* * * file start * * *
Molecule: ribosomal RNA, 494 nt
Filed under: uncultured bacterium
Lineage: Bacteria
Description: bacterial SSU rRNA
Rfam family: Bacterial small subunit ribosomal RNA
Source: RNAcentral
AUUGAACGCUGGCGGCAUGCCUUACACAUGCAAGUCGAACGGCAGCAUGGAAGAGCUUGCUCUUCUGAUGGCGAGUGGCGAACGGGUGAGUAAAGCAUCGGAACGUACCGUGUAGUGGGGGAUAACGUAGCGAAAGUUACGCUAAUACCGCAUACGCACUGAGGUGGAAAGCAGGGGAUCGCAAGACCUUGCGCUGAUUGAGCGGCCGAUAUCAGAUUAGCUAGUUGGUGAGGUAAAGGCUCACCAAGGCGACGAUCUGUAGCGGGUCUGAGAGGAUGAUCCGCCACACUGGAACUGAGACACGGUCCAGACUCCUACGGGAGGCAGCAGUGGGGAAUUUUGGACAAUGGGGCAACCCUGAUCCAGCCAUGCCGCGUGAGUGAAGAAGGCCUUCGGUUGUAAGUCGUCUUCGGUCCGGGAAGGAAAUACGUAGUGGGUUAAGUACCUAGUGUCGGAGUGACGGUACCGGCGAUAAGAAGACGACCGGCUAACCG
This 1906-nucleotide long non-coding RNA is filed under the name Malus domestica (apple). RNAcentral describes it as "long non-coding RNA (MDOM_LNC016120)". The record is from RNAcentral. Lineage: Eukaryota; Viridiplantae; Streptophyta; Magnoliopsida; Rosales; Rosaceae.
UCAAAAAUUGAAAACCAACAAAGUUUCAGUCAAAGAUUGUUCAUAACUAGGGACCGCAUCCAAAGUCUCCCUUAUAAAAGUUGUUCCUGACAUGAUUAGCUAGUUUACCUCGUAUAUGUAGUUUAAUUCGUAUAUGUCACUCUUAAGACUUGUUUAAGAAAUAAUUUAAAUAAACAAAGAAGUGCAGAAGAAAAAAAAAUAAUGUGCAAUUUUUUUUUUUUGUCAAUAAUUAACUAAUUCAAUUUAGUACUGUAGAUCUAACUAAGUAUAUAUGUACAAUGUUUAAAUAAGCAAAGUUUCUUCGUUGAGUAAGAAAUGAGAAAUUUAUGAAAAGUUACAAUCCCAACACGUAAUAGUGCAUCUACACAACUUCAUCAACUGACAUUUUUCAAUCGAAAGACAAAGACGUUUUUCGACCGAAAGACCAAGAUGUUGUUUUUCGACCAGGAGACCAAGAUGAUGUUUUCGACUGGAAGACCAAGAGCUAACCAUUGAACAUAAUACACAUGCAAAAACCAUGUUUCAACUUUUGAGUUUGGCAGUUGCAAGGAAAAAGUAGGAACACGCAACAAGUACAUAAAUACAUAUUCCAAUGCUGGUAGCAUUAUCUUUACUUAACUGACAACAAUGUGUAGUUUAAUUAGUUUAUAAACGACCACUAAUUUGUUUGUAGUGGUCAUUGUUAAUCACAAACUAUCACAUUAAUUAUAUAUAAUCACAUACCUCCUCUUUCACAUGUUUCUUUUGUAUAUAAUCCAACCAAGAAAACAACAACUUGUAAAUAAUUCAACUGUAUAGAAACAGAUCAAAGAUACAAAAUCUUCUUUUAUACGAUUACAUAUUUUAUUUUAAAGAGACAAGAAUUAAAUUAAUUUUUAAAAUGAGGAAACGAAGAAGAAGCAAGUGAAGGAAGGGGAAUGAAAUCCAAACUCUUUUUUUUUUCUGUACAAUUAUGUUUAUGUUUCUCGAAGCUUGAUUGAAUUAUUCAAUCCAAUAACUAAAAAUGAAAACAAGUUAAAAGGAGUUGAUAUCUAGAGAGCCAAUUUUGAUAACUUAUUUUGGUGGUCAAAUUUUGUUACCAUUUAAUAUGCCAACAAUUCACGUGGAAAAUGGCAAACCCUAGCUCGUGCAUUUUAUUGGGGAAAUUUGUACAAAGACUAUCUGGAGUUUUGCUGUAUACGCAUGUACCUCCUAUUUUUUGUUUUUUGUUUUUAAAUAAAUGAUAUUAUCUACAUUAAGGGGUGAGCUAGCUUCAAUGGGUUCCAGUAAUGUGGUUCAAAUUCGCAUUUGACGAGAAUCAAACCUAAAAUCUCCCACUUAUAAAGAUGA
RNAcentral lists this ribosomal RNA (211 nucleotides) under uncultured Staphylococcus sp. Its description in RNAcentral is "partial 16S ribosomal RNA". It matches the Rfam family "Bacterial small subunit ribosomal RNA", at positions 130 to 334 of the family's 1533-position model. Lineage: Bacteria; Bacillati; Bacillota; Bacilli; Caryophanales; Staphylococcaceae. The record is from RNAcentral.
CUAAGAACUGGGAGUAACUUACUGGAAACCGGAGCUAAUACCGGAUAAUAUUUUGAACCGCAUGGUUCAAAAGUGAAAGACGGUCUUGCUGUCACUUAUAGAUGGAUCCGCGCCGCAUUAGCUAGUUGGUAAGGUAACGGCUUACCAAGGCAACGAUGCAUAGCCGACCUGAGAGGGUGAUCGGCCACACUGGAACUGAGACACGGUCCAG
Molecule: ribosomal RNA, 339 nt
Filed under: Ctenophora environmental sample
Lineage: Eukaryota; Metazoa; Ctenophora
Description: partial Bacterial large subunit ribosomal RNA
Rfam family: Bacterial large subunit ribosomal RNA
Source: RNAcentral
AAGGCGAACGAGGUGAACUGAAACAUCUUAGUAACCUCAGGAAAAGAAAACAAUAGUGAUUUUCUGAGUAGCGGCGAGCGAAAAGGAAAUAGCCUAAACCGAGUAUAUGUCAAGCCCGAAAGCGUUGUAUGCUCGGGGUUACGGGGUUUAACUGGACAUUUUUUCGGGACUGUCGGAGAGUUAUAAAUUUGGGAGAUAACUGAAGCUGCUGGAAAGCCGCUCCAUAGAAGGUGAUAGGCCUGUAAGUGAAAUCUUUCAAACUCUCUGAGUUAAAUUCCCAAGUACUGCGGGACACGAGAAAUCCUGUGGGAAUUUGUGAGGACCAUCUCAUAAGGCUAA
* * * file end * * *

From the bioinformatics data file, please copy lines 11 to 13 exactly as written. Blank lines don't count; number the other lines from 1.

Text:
CUAAGAACUGGGAGUAACUUACUGGAAACCGGAGCUAAUACCGGAUAAUAUUUUGAACCGCAUGGUUCAAAAGUGAAAGACGGUCUUGCUGUCACUUAUAGAUGGAUCCGCGCCGCAUUAGCUAGUUGGUAAGGUAACGGCUUACCAAGGCAACGAUGCAUAGCCGACCUGAGAGGGUGAUCGGCCACACUGGAACUGAGACACGGUCCAG
Molecule: ribosomal RNA, 339 nt
Filed under: Ctenophora environmental sample